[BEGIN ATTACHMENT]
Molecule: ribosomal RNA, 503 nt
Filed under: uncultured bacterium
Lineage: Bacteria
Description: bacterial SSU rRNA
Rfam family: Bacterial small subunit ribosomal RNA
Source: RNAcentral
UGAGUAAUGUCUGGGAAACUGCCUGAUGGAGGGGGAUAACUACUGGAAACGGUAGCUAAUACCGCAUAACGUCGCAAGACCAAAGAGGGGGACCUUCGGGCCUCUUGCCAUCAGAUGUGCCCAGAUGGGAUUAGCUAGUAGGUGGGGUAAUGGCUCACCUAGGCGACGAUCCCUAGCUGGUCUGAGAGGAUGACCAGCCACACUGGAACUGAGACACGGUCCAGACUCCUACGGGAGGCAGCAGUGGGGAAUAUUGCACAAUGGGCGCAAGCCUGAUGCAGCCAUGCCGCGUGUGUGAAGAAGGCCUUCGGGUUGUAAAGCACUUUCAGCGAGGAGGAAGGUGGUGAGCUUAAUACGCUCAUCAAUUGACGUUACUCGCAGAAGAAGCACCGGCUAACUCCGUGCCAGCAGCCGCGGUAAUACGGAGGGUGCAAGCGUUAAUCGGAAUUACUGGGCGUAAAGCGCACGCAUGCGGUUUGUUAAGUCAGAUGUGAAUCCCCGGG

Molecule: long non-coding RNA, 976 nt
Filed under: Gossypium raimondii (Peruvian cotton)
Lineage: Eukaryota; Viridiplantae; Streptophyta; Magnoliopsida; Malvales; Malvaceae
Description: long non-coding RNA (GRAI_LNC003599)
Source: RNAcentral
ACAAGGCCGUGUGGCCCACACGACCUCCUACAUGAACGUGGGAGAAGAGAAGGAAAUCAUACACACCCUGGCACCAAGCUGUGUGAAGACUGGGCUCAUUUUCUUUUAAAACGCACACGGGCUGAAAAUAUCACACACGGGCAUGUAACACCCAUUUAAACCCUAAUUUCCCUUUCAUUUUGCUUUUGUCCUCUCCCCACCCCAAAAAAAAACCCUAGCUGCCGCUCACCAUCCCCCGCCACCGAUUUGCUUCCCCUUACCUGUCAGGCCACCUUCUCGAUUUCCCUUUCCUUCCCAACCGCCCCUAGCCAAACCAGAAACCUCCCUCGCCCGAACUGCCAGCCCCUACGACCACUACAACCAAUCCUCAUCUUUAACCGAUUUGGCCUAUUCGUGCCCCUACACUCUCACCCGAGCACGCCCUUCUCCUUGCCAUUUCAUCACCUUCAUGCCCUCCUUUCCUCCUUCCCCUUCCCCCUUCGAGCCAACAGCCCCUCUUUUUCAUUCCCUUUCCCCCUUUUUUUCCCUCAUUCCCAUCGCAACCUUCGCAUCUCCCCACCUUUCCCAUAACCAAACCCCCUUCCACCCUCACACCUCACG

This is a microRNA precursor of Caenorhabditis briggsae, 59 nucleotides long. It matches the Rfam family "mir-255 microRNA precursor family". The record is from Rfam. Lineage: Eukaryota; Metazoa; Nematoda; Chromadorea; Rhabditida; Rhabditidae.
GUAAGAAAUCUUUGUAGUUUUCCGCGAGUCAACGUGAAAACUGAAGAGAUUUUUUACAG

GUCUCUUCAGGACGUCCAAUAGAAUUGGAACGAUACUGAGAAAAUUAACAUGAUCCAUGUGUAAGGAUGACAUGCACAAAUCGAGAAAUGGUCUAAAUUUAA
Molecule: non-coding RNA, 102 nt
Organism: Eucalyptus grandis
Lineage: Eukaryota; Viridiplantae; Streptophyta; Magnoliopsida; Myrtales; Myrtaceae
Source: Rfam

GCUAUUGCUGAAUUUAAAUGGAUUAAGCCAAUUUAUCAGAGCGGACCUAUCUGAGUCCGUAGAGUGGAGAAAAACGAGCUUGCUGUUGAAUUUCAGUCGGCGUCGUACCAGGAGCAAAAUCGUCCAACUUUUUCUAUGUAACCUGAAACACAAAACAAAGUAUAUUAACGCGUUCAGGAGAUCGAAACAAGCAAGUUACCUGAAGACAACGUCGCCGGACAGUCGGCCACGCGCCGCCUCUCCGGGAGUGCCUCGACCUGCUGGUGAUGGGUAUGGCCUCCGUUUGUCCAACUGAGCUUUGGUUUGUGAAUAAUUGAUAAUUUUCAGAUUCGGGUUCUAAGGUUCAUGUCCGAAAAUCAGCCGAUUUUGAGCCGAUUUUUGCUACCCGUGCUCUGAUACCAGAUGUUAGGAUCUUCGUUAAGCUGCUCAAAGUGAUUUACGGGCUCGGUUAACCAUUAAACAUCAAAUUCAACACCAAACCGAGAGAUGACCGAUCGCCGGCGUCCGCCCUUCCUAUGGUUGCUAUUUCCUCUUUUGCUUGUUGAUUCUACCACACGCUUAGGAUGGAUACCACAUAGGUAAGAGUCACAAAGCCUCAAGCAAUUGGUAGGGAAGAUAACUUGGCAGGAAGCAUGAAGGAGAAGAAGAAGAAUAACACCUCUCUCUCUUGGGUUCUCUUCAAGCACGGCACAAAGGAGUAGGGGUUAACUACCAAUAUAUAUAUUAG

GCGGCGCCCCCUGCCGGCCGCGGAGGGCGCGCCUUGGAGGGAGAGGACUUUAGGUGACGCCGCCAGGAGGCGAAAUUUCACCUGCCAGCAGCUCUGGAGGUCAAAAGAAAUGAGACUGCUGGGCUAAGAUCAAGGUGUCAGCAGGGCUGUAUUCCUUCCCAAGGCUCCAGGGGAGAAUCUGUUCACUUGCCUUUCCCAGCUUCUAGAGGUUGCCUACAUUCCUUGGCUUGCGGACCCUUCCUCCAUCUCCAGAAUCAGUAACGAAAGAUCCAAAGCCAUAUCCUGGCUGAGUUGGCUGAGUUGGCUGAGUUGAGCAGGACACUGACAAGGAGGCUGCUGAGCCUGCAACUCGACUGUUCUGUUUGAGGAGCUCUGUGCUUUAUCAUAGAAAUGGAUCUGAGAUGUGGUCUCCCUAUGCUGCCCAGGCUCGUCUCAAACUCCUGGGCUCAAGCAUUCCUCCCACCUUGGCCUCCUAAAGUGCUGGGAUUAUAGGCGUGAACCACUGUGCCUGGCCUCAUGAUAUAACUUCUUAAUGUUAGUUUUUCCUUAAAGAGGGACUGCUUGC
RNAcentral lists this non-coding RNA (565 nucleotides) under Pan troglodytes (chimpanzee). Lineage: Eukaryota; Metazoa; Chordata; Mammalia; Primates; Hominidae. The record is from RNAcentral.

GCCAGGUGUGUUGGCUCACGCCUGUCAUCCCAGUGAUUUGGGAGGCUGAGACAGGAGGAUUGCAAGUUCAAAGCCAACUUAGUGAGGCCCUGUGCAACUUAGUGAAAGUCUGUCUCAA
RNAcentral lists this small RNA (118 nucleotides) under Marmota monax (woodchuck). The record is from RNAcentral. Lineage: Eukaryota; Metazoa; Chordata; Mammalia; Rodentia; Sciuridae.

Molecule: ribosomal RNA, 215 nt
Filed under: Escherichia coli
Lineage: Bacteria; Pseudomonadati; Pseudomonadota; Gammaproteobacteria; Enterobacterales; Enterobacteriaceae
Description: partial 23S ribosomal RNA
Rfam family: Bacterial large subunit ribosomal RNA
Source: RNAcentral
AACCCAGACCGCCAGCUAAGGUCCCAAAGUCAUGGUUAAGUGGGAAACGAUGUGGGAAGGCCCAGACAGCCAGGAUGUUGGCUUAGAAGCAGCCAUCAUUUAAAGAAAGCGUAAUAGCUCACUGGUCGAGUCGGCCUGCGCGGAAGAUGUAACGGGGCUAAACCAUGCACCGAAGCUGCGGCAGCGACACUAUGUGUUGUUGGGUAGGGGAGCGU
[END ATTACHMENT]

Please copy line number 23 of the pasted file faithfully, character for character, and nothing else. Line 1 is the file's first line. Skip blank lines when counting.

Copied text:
RNAcentral lists this non-coding RNA (565 nucleotides) under Pan troglodytes (chimpanzee). Lineage: Eukaryota; Metazoa; Chordata; Mammalia; Primates; Hominidae. The record is from RNAcentral.